Arcam AVR360 A/V Receiver HT Labs Measures
Two channels driven continuously into 8-ohm loads:
0.1% distortion at 91.5 watts
1% distortion at 105.9 watts
Five channels driven continuously into 8-ohm loads:
0.1% distortion at 82.6 watts
1% distortion at 90.2 watts
Seven channels driven continuously into 8-ohm loads:
0.1% distortion at 61.3 watts
1% distortion at 71.0 watts
Analog frequency response in Stereo Direct mode:
–0.06 dB at 10 Hz
–0.01 dB at 20 Hz
+0.01 dB at 20 kHz
–2.73 dB at 50 kHz.
Analog frequency response with stereo signal processing:
–1.28 dB at 10 Hz
–0.38 dB at 20 Hz
–0.18 dB at 20 kHz
–13.45 dB at 50 kHz.
This graph shows that the AVR360’s left channel, from CD input to speaker output with two channels driving 8-ohm loads, reaches 0.1 percent distortion at 91.5 watts and 1 percent distortion at 105.9 watts. Into 4 ohms, the amplifier reaches 0.1 percent distortion at 136.5 watts and 1 percent distortion at 152.9 watts.
Response from the multichannel input to the speaker output measures –0.06 dB at 10 Hz, –0.01 dB at 20 Hz, –0.07 dB at 20 kHz, and –2.91 dB at 50 kHz. THD+N from the CD input to the speaker output was less than 0.003 percent at 1 kHz when driving 2.83 volts into an 8-ohm load. Crosstalk at 1 kHz driving 2.83 volts into an 8-ohm load was –80.14 dB left to right and –84.32 dB right to left. The signal-to-noise ratio with an 8-ohm load from 10 Hz to 24 kHz with “A” weighting was –110.66 dBrA.
From the Dolby Digital input to the loudspeaker output, the left channel measures –0.01 dB at 20 Hz and –0.12 dB at 20 kHz. The center channel measures –0.01 dB at 20 Hz and –0.19 dB at 20 kHz, and the left surround channel measures –0.01 dB at 20 Hz and –0.14 dB at 20 kHz. From the Dolby Digital input to the line-level output, the LFE channel is +0.01 dB at 20 Hz when referenced to the level at 40 Hz and reaches the upper 3-dB down point at 109 Hz and the upper 6-dB down point at 116 Hz.—MJP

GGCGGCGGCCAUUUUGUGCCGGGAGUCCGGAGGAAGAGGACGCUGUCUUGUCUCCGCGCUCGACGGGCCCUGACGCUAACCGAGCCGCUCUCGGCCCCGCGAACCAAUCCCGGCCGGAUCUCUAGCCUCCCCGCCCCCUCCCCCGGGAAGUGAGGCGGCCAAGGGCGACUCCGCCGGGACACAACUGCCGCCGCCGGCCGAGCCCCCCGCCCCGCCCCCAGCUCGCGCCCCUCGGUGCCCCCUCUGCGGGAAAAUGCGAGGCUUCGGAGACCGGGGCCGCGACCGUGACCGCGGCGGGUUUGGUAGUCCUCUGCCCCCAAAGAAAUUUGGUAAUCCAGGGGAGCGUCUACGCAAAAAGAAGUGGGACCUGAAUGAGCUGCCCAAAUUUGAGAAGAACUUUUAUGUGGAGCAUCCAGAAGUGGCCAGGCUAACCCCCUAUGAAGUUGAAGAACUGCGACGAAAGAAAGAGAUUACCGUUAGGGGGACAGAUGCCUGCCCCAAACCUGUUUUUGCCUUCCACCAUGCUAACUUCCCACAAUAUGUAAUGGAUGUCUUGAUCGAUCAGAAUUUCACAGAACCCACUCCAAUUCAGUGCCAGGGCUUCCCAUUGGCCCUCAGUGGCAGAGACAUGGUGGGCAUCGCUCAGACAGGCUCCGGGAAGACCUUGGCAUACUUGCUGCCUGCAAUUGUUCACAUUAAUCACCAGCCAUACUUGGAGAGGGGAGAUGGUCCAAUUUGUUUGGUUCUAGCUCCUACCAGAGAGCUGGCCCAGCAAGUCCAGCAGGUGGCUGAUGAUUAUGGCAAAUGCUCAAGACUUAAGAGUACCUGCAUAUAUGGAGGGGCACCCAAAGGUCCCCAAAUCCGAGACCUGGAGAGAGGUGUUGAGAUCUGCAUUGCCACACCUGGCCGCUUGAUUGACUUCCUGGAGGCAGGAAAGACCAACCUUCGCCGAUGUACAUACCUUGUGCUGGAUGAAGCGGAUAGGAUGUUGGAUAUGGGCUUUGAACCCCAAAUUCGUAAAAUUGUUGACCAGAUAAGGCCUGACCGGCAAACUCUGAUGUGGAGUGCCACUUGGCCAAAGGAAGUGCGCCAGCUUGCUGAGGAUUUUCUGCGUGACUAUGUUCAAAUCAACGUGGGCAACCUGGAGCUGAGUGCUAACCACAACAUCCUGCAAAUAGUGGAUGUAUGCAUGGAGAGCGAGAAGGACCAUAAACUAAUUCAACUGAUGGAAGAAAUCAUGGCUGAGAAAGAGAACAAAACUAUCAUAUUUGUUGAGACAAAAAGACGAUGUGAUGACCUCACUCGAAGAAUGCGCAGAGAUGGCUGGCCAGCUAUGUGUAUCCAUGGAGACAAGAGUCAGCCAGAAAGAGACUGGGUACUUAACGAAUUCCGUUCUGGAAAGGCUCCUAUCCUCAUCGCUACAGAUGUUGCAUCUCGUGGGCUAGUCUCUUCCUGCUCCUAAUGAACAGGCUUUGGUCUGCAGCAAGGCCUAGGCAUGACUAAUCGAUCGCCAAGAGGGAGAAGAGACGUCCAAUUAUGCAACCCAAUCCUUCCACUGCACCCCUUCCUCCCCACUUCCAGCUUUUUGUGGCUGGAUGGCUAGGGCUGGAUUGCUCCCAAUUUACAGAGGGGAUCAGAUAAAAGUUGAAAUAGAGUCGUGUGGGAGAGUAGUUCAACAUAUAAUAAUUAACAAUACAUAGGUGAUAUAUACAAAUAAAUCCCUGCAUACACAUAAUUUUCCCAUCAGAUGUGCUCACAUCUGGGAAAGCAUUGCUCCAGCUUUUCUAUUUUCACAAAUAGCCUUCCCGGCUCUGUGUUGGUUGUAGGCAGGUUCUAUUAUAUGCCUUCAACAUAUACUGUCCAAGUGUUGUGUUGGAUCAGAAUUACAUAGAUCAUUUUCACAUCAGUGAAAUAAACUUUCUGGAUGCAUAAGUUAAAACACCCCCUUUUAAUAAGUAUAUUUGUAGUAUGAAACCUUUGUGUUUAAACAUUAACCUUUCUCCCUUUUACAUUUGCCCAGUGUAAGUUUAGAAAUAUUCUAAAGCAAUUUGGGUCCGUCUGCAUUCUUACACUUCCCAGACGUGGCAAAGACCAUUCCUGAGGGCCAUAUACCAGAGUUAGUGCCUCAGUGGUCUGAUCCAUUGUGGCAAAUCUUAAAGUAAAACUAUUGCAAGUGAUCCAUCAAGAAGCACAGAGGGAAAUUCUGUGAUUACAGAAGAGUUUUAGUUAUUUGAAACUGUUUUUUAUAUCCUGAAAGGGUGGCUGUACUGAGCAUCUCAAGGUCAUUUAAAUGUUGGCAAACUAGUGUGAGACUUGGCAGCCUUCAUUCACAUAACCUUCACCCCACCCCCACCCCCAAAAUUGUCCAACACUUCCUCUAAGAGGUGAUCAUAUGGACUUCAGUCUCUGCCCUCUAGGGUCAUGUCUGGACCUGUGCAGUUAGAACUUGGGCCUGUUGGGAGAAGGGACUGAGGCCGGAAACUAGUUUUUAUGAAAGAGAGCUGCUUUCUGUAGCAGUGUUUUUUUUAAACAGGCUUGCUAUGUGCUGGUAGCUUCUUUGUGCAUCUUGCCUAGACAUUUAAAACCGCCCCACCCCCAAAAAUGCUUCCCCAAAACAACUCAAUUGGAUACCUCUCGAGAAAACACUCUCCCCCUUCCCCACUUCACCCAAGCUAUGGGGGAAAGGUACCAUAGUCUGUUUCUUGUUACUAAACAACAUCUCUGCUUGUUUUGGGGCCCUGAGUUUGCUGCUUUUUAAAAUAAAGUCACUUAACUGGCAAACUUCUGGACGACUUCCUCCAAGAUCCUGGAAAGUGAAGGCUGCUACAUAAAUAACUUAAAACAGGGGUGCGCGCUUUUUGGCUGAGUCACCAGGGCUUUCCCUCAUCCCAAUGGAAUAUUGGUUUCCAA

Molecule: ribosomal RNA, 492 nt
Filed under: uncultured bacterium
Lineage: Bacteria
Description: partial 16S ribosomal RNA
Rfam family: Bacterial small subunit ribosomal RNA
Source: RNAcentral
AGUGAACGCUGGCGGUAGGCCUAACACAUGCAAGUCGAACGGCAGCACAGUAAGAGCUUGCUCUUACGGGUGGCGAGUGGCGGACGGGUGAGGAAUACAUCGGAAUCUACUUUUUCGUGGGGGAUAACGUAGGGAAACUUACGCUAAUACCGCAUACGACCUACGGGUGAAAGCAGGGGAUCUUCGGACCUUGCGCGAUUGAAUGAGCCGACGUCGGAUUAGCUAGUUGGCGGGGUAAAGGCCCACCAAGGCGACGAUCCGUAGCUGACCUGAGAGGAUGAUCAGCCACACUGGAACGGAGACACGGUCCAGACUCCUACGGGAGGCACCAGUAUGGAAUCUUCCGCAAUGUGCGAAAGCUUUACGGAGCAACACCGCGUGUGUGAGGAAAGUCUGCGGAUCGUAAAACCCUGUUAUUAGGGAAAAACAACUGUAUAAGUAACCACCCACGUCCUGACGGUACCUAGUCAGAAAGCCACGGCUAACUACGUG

Video Test Bench
The Arcam AVR360’s video processing was disappointing. The 2:2 HD failures are relatively common among the A/V receivers we have tested, but the 3:2 failures are not. The Arcam also failed the video clipping test when processing was engaged by not passing information below a video level of 20 (video black is a level of 16). It also went only 2 percent above video white (to a level of 240—video white is 235), and while this would be passing, it’s borderline acceptable. The levels for our 8-bit video system comprise steps from 0 to 255. For video, only levels from 16 to 235 are used, with the remainder providing foot room and headroom. While response below black is useful mainly to set black level properly (once set, you will not see anything below black), response above white is needed to avoid clipping from sources that contain information above 235. While technically they should not, many do. Setting the AVR to bypass the upscaling eliminates the clipping, and would allow a source component or display to perform this function. —TJN